Covid cases in historic variant sources, with additions from the Brain Trust:

Chile and Chile rising. Also Portugal, oddly, which lifted restrictions about a month ago. Remember this is a log scale. Sorry for the kerfuffle at the left. No matter how I tinker, it doesn’t go away.

* * *


“But what is government itself, but the greatest of all reflections on human nature?” –James Madison, Federalist 51

“They had one weapon left and both knew it: treachery.” –Frank Herbert, Dune

“They had learned nothing, and forgotten nothing.” –Charles Mice de Talleyrand-Périgord

I’m wondering if I should replace the Dune quote above — too obvious? — with this one: “It is said in the desert that possession of water in great amount can inflict a man with fatal carelessness.”

Biden Administration


West Wing brain! West Wing brain! Somebody actually thought this tweet would help Biden. Oh my heavens.

“Democratic Leaders Are Betting Progressives Will Fold” [Daily Poster]. “Over the past few days, Democrats dropped a pair of brutal news dumps indicating they intend to fully gut many of the progressive elements in President Joe Biden’s health care, climate, and anti-poverty reconciliation spending bill. Now, it’s up to progressive lawmakers to ensure the final Biden agenda bill doesn’t end up a hollowed-out shell that won’t meaningfully help anyone. The only way to change those expectations — and to actually wield power — is for CPC members to pledge to vote no on a hollowed-out shell, and finally make their demands clear. If they don’t, they’ll likely get rolled, and no barrage of tweets or press releases or email blasts will hide that avoidable outcome.” • Burn it down, and let President Manchin and the centrists write whatever bill they want (obviously the end game all along, given that both Manchin and Sinema were installed by Democrat leadership). Commentary;

Tell me what good “our democracy” is if my teeth are falling out!

Manchin’s Contract with America:

I read Manchin’s document, and so far as I can tell, Schumer’s “agreement” was equivalent to saying “I agree I read what you wrote.” But take Manchin at his word. If the document was a contract, there was a consideration. Nolo (sorry): “[E]very valid contract must have consideration. Consideration is the benefit that each party gets or expects to get from the contractual deal — for example, Victoria’s Secret gets your money; you get the cashmere robe.” So what was the consideration? Did Schumer get money from Manchin, or a cashmere robe?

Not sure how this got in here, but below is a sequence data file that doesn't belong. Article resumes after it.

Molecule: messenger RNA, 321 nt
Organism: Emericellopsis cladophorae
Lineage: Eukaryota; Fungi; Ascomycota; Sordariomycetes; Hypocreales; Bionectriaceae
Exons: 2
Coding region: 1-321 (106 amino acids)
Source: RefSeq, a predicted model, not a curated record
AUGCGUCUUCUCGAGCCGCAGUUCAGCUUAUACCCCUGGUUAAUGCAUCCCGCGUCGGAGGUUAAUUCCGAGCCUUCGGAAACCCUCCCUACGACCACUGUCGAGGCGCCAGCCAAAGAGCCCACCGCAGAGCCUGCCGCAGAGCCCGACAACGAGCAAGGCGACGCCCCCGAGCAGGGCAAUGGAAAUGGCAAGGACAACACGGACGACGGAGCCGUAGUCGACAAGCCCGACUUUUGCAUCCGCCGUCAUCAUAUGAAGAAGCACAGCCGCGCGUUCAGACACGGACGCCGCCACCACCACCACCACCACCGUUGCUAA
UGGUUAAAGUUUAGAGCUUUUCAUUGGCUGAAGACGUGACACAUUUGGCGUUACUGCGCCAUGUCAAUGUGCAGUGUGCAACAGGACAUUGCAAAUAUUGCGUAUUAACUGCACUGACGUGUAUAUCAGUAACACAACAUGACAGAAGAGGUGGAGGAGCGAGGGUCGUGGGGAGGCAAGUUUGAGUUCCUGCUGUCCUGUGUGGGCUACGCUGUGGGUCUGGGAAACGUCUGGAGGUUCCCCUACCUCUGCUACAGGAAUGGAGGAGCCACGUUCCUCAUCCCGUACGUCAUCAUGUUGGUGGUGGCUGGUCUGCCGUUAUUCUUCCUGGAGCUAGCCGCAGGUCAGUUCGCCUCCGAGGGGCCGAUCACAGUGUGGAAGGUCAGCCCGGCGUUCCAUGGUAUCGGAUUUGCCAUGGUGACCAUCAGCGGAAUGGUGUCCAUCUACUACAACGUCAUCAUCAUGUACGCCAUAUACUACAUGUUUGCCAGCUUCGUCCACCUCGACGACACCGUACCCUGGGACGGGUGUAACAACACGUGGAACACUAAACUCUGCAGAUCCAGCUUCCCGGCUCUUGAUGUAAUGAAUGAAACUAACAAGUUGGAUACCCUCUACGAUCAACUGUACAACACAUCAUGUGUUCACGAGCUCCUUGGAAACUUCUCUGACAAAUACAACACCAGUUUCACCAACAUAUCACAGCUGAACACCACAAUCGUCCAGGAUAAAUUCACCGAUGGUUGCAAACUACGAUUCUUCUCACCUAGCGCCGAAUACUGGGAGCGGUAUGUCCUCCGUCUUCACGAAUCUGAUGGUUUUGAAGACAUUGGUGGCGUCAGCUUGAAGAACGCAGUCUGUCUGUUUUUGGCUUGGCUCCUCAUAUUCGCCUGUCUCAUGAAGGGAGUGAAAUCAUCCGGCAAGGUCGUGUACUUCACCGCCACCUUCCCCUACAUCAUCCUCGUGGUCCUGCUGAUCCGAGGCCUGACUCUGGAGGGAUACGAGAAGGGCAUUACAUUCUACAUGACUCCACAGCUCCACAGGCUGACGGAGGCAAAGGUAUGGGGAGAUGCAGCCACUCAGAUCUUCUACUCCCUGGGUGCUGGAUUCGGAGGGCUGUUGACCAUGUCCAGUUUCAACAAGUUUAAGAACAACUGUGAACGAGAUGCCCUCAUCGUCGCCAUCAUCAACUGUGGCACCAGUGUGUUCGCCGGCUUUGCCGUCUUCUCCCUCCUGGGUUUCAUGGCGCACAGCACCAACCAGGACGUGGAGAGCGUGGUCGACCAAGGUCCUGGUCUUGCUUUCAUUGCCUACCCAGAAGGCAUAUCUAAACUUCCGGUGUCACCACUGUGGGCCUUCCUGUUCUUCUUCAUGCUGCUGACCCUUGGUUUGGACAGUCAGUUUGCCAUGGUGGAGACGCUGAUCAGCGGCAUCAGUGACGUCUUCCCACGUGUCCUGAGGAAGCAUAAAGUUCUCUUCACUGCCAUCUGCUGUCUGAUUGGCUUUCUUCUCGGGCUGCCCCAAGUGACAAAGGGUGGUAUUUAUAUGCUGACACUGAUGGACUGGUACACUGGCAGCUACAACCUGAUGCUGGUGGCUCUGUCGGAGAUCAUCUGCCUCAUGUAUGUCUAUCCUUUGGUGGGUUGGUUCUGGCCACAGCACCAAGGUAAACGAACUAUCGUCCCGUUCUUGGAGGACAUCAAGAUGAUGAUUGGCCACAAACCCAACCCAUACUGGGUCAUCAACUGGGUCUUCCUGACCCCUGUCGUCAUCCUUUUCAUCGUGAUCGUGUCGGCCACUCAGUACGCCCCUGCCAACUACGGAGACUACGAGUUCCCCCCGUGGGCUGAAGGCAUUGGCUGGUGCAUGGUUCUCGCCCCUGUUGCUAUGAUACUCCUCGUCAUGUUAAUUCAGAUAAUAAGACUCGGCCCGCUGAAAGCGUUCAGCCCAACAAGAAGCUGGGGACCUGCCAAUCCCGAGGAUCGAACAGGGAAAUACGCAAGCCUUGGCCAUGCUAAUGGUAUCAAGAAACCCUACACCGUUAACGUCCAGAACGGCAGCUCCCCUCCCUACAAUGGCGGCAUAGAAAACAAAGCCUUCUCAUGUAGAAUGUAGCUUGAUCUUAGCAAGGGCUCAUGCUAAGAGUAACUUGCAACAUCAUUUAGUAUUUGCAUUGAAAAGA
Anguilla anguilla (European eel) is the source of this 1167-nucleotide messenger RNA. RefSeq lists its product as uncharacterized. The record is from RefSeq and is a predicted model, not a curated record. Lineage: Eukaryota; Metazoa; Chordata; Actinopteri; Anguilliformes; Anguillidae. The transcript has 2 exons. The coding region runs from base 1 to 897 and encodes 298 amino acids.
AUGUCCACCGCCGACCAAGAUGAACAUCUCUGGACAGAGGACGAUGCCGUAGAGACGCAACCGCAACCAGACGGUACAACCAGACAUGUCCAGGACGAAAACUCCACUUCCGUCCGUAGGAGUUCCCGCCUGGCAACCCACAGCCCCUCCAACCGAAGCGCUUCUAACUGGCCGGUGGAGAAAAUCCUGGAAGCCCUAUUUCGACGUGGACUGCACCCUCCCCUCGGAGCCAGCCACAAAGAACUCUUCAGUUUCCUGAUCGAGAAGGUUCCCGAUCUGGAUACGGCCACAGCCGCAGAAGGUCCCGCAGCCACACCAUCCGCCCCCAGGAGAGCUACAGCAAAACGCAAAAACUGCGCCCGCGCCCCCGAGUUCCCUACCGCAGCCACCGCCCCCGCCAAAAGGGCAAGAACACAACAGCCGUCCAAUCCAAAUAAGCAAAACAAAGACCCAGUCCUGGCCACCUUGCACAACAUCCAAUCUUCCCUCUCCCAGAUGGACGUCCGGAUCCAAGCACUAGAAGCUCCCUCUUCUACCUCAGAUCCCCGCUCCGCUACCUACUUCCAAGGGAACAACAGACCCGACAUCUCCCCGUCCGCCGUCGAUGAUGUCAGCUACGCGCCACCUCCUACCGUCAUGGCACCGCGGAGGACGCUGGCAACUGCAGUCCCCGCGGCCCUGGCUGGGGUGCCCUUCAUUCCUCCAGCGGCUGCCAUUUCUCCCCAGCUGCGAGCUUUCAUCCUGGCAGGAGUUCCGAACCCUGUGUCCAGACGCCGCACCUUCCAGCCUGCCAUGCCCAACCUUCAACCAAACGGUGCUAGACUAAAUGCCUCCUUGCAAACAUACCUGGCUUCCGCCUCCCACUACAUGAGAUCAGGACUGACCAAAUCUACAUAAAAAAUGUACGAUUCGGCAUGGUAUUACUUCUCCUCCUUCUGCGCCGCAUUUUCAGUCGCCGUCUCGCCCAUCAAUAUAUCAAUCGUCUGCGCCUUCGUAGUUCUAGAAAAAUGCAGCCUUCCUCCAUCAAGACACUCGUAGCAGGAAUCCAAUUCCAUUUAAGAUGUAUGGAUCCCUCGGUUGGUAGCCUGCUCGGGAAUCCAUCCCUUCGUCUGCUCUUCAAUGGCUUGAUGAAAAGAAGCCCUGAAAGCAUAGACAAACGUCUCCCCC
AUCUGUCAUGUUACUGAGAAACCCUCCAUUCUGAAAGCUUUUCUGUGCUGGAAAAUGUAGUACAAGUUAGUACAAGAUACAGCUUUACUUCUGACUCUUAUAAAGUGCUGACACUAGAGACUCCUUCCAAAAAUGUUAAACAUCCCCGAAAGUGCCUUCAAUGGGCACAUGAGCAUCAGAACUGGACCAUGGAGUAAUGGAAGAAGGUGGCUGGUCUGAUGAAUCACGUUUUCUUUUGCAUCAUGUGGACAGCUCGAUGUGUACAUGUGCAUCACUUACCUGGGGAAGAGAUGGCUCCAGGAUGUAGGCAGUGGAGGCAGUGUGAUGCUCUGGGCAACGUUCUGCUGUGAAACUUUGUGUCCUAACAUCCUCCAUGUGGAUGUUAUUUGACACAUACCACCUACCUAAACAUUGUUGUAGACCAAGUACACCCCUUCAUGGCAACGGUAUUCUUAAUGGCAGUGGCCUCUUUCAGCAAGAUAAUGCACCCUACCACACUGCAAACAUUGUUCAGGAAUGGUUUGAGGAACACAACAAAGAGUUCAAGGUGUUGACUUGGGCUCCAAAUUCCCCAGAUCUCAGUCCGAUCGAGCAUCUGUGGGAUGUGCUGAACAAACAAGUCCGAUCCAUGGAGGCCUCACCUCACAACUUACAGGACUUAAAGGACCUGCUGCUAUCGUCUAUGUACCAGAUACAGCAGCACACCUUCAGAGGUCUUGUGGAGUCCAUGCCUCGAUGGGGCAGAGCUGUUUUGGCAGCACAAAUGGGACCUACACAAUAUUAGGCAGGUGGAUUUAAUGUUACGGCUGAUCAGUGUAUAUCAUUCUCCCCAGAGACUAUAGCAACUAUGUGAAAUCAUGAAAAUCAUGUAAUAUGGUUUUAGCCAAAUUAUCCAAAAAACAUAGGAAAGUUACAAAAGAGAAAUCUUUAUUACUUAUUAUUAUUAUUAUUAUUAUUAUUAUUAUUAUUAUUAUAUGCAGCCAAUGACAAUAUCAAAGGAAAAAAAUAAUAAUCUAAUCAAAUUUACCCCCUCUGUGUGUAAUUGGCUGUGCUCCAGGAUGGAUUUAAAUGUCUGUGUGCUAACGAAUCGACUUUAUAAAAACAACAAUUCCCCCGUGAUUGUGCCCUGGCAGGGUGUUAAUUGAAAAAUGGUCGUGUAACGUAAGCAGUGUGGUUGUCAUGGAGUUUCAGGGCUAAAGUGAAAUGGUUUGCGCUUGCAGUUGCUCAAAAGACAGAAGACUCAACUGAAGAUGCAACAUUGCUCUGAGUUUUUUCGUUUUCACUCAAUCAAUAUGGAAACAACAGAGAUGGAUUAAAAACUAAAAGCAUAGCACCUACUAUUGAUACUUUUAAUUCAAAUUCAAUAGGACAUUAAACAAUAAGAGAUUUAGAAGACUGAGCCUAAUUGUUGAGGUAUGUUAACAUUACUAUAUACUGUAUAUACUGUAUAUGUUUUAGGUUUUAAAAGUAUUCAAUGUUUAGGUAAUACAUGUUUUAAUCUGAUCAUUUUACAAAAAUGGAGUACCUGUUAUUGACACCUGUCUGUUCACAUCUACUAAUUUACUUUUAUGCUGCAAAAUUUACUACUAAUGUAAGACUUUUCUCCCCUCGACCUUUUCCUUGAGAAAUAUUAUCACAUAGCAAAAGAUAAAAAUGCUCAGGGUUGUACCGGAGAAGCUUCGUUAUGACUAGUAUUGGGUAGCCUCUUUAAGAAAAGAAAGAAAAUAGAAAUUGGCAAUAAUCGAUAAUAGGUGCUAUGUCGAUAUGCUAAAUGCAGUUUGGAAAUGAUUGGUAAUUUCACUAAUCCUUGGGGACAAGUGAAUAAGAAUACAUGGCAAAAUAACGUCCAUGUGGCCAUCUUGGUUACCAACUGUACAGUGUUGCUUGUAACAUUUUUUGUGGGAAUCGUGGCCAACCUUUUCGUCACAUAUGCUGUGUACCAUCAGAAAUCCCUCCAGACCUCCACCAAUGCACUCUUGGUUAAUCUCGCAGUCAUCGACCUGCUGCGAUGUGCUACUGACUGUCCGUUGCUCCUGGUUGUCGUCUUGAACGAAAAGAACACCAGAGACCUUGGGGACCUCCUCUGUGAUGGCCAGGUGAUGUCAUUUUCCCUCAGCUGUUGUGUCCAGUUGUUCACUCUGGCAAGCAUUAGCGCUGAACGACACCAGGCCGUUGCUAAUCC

* * *

“The Stock Market Just Loves Biden Not Getting Things Done” [Bloomberg]. As I have said several times of Mr. Market at the Fear & Greed Index. “The market’s rise to date this year reflects a serious lack of confidence in the Biden administration to deliver on tax hikes. The latest political news is therefore rather good for the stock market. But a fiscal boost along the lines of the “Blue Wave” narrative that propped up the market very nicely ahead of last year’s election, and again after the Democrats’ surprising victory in two Georgia seats gave them control of the Senate, is still something the market wants. Without some big new spending package, there is an unpalatable “fiscal cliff” coming next year, as people learn to live without pandemic emergency assistance. So far, not getting things done has worked well for Biden in the markets. It’s a strategy that will soon stop working if Democrats aren’t careful. ”

“White House Releases Details of New International Travel Requirements” [MedScape]. “The White House released new plans today that take a layered approach to improve the safety of international travel to the United States ahead of the busy Thanksgiving travel season. Starting November 8, international travelers flying into the US will be required to show proof of vaccination, or prove that they meet very limited exemption requirements. Along with a vaccination record — which can be a digital or paper certificate — vaccinated passengers and children traveling with them will also have to show that they’ve gotten a negative COVID-19 test within 3 days of boarding the plane. Travelers will also need to prove that they were vaccinated with a COVID-19 vaccine authorized by the US or the World Health Organization (WHO) for emergency use. The US has authorized three vaccines, the WHO has authorized four more. International passengers who can’t show proof that they are fully vaccinated and qualify for an exemption will have to provide negative test results within a day of departure. Unvaccinated US citizens or lawful permanent residents will need a negative test within 1 day of departure. Travelers will also need to provide simple contact information so they can be reached by public health authorities after they arrive in the event contact tracing is needed.” • I don’t see what good the contact tracing requirement does, since we don’t contact trace. I remain unreconstructed on all this. I think anything short of quarantine on arrival is “let ‘er rip,” albeit more slowly than in the past, and I don’t see how we can react in the case of a new and highly transmissable variant. Perhaps I’m too pessimistic? In any case, we’re about to find out.

Democrats en Deshabille